Upper East Side – Park Avenue

Reinvented Tradition

This expansive Carnegie Hill apartment, just steps from The Guggenheim Museum and Central Park, is owned by a couple who have called it their home for nearly four decades. They raised their two children here and have entertained a multitude of friends and family over time.

With the children grown and having moved on to create their own lives, this couple was ready to redecorate the public and private rooms. With a penchant for traditional design and an interest in having their home feel fresh again, they contacted Glenn Gissler Design.

In our initial meetings, my clients shared their appreciation for jewel tones, which informed our palette, as set against warm and cool neutrals that serve as a backdrop. And while virtually all the furniture and furnishings–new, vintage, and antique–were fresh acquisitions for this apartment, we chose pieces that echo our clients’ taste for classical aesthetics.

When the installation was complete, one of my client’s longtime friends came to visit, offering her the ultimate compliment: “It’s beautiful, and while everything is different, I see YOU in all of it!” Glenn Gissler Design considers it a compliment, too.



Glenn Gissler - Sharpe Nyack - New York State

A vibrant canvas by the late American abstract impressionist painter John Opper takes pride of place in the apartment’s gracious living room. Two deep-seated sofas are upholstered in lush blue velvet, with a pair of club chairs covered in a Zak & Fox textile and two Regency-style benches covered in paprika-hued velvet. The curtains were tailored from a Cowtan & Tout floral fabric.

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In the living room, a custom basketweave pattern area rug carpet in shades of sandstone grounds the space with a subtle rhythmic geometry. In the foreground, a ceramic vessel by Pablo Picasso rests atop a Paul Frankl table from the 1930s. The cheerful brick-colored glazed ceramic lamp, one of a pair, is mid-20th century from France.

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Across the entry gallery, we placed an Aesthetic Movement console table, replete with Wedgewood cameos ringing the apron. The gilded Neoclassical mirror was part of the homeowner’s collection. A pair of mahogany side chairs flank the console, resting atop a custom carpet with a stylized double–helix border. The pale blue ceiling balances the warm tones perfectly.



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On one side of the entry gallery, a pair of lyrical metal sconces recall the work of Alberto Giacometti, bathing the space in an amber glow. Hanging between them is a minimalist work on paper by Ellsworth Kelly. The bench is a custom piece Glenn Gissler Design created for the room; it is covered in a Studio Four fabric and is detailed with brass sabots capping the legs. A small ball-and-stick Aesthetic Movement table from the late 19th century completes the tableau.

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A handsome console table and a pair of vintage chairs greet guests in the apartment’s elevator vestibule. The framed vintage black and white photographs of life in New York City in the late 1940s are by Arthur Leipzig are from the client’s collection.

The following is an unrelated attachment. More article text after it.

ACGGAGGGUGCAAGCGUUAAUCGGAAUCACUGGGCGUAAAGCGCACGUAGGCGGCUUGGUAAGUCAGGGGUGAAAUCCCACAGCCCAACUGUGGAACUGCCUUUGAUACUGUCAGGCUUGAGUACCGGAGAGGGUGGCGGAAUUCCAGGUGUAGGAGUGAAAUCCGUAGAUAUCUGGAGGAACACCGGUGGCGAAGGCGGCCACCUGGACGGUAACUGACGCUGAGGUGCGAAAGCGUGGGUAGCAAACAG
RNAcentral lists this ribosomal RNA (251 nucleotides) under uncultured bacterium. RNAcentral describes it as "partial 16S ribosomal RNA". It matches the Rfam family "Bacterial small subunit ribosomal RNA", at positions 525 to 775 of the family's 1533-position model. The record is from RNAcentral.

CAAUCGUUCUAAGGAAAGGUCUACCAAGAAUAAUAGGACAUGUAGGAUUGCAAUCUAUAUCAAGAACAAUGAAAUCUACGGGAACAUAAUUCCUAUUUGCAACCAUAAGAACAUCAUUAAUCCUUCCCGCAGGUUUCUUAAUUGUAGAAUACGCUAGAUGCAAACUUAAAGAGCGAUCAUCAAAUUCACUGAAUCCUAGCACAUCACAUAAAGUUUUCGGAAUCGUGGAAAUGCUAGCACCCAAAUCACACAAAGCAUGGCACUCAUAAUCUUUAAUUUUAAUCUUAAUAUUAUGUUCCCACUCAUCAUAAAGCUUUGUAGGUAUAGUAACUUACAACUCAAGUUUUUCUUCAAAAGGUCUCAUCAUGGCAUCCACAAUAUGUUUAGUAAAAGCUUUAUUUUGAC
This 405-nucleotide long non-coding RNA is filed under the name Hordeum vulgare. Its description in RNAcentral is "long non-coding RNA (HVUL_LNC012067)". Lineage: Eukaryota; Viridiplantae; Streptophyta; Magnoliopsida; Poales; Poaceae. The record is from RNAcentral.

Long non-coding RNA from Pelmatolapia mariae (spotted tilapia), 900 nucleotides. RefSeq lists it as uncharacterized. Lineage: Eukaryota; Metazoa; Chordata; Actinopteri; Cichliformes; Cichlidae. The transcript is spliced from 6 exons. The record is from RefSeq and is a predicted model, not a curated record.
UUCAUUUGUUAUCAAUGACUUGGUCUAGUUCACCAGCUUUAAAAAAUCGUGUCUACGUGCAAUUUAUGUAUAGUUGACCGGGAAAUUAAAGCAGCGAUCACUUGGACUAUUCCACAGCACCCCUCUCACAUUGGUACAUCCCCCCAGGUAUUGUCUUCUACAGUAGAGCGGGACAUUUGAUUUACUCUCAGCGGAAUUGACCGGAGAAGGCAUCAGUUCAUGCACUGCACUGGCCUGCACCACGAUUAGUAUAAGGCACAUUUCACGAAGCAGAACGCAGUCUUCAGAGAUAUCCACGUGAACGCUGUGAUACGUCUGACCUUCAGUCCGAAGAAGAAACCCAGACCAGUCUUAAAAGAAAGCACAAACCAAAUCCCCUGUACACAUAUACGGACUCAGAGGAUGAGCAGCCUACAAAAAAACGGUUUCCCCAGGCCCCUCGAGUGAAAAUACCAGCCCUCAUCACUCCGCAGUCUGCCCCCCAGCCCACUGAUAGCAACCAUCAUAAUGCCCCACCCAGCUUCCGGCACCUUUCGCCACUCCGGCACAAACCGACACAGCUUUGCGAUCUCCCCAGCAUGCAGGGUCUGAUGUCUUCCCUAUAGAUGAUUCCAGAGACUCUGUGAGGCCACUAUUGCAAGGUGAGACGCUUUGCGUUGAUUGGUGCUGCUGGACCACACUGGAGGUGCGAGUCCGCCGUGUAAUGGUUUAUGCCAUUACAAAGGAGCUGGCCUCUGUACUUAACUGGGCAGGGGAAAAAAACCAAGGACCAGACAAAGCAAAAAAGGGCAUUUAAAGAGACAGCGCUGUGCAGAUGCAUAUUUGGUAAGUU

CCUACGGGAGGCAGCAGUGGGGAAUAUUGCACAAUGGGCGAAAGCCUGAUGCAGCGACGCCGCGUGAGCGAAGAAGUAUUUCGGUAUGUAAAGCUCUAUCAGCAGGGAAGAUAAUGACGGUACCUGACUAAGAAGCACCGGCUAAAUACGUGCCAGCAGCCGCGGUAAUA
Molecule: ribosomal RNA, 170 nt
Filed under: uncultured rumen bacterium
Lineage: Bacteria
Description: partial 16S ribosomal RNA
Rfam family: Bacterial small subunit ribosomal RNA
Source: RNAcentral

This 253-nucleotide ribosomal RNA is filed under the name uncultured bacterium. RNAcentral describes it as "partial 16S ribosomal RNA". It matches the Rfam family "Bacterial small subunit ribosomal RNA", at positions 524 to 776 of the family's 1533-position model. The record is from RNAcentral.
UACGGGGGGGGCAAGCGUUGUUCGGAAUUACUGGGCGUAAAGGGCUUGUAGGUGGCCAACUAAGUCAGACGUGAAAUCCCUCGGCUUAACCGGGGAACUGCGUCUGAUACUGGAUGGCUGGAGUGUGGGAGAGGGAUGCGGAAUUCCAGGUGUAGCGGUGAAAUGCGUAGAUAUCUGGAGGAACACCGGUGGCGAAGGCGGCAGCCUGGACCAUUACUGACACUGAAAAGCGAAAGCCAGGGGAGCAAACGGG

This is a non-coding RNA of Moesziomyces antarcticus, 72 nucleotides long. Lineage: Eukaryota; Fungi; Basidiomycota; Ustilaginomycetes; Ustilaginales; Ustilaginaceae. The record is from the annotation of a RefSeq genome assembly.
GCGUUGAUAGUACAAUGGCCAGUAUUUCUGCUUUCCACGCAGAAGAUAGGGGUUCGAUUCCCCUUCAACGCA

Divers, East River, 1948
Chalk Games, 1950
Stickball, 1950.
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The dining room walls, and adjacent seating area, are upholstered in a cabbage rose-patterned fabric from Cowtan & Tout; the walls absorb noise and provide perfect acoustics for lively conversations. The wall pattern informed the color choices for the cabinet insets and the upholstered dining chairs, which are backed in a Venetian-inspired textile from Le Gracieux. The Regency-style dining table, which we restored, expands to accommodate larger parties.

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The curious, almost Aztec-like face on Pablo Picasso’s “Visage dans un carré” plate, 1956,  peers into the dining room from the center of the built-in cabinetry.

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Across from the dining room is an informal seating area with gracefully tailored upholstered pieces covered in textured neutrals. A built-in desk at the far end provides space for writing notes or answering emails. Sheer Roman shades diffuse the afternoon light.

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A charming home office was fashioned off one corner of the blue bedroom, stylishly defined from the larger space by a portiere curtain. The striped Roman shade, desk chair, and window seat are all made from Cowtan & Tout fabrics.

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A shade of barely-there blue paint wraps the perimeter of this peaceful bedroom. The photo by Mary Ellen Bartley sets a calming aesthetic. The undulating chandelier provides overhead light, while a pair of crackle-glazed lamps perched atop a pair of mahogany nightstands, illuminate for pre-slumber reading. The decorative pillows are covered in textiles from Kravet.

Photos by Gross & Daley